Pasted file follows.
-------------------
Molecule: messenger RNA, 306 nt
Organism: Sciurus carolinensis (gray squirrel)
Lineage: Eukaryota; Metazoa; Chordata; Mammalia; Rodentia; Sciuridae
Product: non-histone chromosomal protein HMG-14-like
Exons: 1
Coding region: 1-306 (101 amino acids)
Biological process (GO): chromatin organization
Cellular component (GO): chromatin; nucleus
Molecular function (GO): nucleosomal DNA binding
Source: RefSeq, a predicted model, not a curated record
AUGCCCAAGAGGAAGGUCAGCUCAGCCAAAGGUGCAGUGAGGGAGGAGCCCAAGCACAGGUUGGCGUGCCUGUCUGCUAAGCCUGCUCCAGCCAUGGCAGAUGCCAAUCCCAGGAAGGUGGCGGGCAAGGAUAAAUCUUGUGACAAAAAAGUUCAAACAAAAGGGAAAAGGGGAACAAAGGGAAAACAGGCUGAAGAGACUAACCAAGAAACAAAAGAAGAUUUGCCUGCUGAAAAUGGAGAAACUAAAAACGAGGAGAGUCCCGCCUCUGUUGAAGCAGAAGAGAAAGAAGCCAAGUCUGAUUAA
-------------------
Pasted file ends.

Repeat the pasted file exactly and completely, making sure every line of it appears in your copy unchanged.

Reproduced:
Molecule: messenger RNA, 306 nt
Organism: Sciurus carolinensis (gray squirrel)
Lineage: Eukaryota; Metazoa; Chordata; Mammalia; Rodentia; Sciuridae
Product: non-histone chromosomal protein HMG-14-like
Exons: 1
Coding region: 1-306 (101 amino acids)
Biological process (GO): chromatin organization
Cellular component (GO): chromatin; nucleus
Molecular function (GO): nucleosomal DNA binding
Source: RefSeq, a predicted model, not a curated record
AUGCCCAAGAGGAAGGUCAGCUCAGCCAAAGGUGCAGUGAGGGAGGAGCCCAAGCACAGGUUGGCGUGCCUGUCUGCUAAGCCUGCUCCAGCCAUGGCAGAUGCCAAUCCCAGGAAGGUGGCGGGCAAGGAUAAAUCUUGUGACAAAAAAGUUCAAACAAAAGGGAAAAGGGGAACAAAGGGAAAACAGGCUGAAGAGACUAACCAAGAAACAAAAGAAGAUUUGCCUGCUGAAAAUGGAGAAACUAAAAACGAGGAGAGUCCCGCCUCUGUUGAAGCAGAAGAGAAAGAAGCCAAGUCUGAUUAA